The Ancient Egyptians recognized the pain-relieving effects of concoctions made from myrtle and willow leaves. Hippocrates was among the first reported to use willow bark and leaves from the Salix species to relieve fever, but it was not until 1829 that the glycoside salicin was extracted from the willow bark and used as an antipyretic. Seven years later, salicylic acid was isolated, and by the late 1800s, it was being used to treat gout, rheumatic fever, and elevated body temperature. The less irritating acetylated salicylate compound was first synthesized in 1833, and in 1899, acetylsalicylic acid was commercially introduced as aspirin by Bayer. With that, the modern era of aspirin therapy and salicylate toxicity began.
The American Association of Poison Control Centers (AAPCC) National Poison Data System (NPDS) collects and reports annual exposure data in the United States. Analgesics, which include both aspirin and acetaminophen (APAP), continue to rank first among pharmaceuticals most frequently reported in human exposures (Chap. 130). Salicylate toxicity and fatalities have long been a major toxicological concern. From the 1950s to 1970s, salicylates were the leading cause of fatal childhood poisoning. The association with Reye syndrome, safer packaging, and the increased use of nonsteroidal antiinflammatory drugs (NSAIDs), APAP, and other alternatives to aspirin decreased the incidence of unintentional salicylate poisoning. In the annual 2015 NPDS review of fatalities, 18 cases of death were documented from single substance acetylsalicylic acid exposures and another 31 fatalities included acetylsalicylic acid as part of the exposure (Chap. 130).93 A query of the same NPDS database for single-agent aspirin poisoning deaths occurring from 2008 to 2012 yielded 83 cases in which death was coded as a direct consequence of aspirin poisoning.45 Despite decline in general use, it is still imperative that clinicians are adept at early recognition and swift management of patients with salicylate overdose.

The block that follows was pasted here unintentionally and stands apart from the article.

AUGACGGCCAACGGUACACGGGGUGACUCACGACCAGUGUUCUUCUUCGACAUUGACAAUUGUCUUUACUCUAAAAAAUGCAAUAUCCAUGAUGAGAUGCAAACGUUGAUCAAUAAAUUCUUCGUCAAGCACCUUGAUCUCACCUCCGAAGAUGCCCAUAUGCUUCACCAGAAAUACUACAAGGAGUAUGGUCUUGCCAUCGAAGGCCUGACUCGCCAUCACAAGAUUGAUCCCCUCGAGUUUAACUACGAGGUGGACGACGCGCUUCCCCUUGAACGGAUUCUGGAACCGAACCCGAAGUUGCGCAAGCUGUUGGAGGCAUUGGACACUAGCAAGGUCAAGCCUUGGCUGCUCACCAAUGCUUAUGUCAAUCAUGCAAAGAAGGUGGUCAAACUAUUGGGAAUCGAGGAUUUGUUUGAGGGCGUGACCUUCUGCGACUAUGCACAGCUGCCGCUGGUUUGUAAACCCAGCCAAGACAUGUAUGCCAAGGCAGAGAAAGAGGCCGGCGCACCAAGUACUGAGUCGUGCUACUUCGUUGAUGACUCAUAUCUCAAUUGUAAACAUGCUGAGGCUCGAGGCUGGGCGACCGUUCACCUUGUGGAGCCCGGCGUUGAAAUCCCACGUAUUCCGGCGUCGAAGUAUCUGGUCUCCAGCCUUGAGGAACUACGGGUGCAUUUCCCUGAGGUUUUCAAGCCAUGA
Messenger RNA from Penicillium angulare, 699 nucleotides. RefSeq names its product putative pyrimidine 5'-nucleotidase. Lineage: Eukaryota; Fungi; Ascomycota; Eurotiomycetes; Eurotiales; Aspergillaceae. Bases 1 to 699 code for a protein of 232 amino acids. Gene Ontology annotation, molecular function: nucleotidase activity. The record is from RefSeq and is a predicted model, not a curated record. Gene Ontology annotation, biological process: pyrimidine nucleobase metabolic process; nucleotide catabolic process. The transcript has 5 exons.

Aspirin and other salicylate-containing products continue to be some of the most common prescription and nonprescription xenobiotics used by the general public. Since landmark trials demonstrated the inhibition of platelet function by aspirin in the 1970s, its use became the standard of care for cardiovascular disease prevention and treatment. Subsequent investigations demonstrated potential benefits of aspirin in primary and secondary prevention of myocardial infarction, colon cancer, and transient ischemic attack. Its antiinflammatory properties continue to make it an active investigational xenobiotic for cancer.1 Thus salicylates continue to be readily available and will continue to lead to significant morbidity and mortality in overdose.
Aspirin and other salicylates have analgesic, antiinflammatory, and antipyretic properties, a combination of traits shared by all of the NSAIDs (Chap. 35). Most of the beneficial effects of NSAIDs result from their inhibition of cyclooxygenase (COX). This enzyme enables the synthesis of prostaglandins, which in turn mediate inflammation and fever.110...